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The UAE-based technology and sustainability-driven facilities management (FM) company Farnek will now use virtual platforms to audit energy consumptions of commercial buildings
The virtual audit system, working remotely due to COVID-19, will provide recommendations about how to use energy more efficiently and cut costs, other than supporting businesses in assessing energy usage and utility patterns.
Nadia Ibrahim, head of consultancy, Farnek, said, “A virtual energy audit is much like a traditional audit, where we analyse the data and develop a list of recommendations for reducing consumption and associated cost savings. Identification of energy inefficiencies in commercial buildings relied on physical audits, until recently, where a team of trained auditors visited a building to perform a series of tests with specialised equipment. A virtual energy audit will be cheaper and more efficient than its physical alternative. It will lower the barrier for building owners to find out exactly how much energy they are wasting.”
According to the research carried out by Farnek, the average occupancy of 12 Dubai hotels between March to May last year was 73%, which has slipped to 25% this year, due to the restrictions imposed by the pandemic.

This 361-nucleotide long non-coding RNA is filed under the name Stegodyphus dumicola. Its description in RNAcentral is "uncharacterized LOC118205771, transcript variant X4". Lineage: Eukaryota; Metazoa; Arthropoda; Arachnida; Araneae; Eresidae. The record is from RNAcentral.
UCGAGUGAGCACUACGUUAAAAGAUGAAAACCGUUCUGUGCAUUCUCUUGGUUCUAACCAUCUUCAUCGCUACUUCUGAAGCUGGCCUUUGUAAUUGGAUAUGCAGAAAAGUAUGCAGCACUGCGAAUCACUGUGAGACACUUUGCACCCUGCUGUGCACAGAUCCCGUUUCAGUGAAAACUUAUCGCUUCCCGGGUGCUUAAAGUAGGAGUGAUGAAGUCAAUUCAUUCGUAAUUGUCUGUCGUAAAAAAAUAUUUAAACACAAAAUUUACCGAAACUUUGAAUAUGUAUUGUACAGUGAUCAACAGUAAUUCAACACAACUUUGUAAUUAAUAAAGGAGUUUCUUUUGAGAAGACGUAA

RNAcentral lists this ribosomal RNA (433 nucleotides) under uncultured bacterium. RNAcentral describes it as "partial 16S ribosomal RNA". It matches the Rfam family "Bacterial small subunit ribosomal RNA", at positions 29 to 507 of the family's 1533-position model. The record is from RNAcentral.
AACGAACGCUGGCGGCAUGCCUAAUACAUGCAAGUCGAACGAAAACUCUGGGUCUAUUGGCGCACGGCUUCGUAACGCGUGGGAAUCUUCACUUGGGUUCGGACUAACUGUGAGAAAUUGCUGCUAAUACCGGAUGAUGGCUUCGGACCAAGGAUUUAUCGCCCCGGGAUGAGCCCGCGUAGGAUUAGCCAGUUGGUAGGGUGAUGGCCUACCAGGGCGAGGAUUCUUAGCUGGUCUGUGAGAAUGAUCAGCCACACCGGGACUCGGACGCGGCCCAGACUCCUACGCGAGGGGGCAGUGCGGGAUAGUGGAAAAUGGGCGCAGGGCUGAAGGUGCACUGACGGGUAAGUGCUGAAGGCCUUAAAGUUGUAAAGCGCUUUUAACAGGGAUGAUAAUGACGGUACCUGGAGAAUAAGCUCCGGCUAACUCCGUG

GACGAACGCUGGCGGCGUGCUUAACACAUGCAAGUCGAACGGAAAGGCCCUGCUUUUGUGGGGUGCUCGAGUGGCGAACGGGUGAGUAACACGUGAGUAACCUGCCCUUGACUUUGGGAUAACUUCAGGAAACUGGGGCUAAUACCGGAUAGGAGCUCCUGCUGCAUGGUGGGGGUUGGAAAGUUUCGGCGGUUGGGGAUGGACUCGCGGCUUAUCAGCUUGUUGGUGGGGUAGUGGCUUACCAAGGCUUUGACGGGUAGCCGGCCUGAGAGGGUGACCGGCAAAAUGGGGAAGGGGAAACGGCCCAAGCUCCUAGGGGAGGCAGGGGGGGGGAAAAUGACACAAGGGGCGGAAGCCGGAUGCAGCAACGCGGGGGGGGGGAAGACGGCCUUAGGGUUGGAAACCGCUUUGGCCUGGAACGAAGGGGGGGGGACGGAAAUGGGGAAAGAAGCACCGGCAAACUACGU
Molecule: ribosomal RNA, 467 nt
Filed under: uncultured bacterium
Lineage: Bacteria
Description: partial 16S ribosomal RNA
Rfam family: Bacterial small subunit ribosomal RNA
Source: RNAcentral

Hence, their corresponding energy consumption fell to 23,000 MWh this year, compared to last year’s 32,000 MWh. If hotels had used an effective energy management system, they could have reduced their combined consumption to 19,000 MWh, and saved 4,000 MWh or 17.4%, and saved US$3,94,751.
On an average, a hotel with 300 rooms could have reduced its energy consumption by 200,000 KWh during March, April and May, resulting in cost savings of US$21779.38.
“Imagine how hard hotels have to work today to generate a net profit of US$21779.38 per quarter, compared with an energy audit that can identify the equivalent in savings,” said Ibrahim.
Farnek has developed two variations of audit, both of which have been developed in line with the American Society of Heating, Refrigeration, and Air-Conditioning Engineers (ASHRAE) standard auditing process.
The first is a virtual walkthrough audit of the facility, to benchmark water and electricity and compare consumption with similar facilities locally and globally. It also establishes energy and water baselines using monthly energy usage, and parameters affecting the consumption, to predict future energy and water consumption. It defines consumption limits while outlining conservation measures.
The second energy audit involves the same consumption assessment; however it also provides a detailed analysis of the performance of major equipment within the building, and identifies ways which can enhance operational efficiency and decrease maintenance costs. The second audit will also provide detailed energy conservation measures with simple payback calculations.
The audits deliver full benchmarking statistical analysis and can support facility engineers when assessing their system performance, by using the data sheets and methodology, to provide year-on-year comparisons.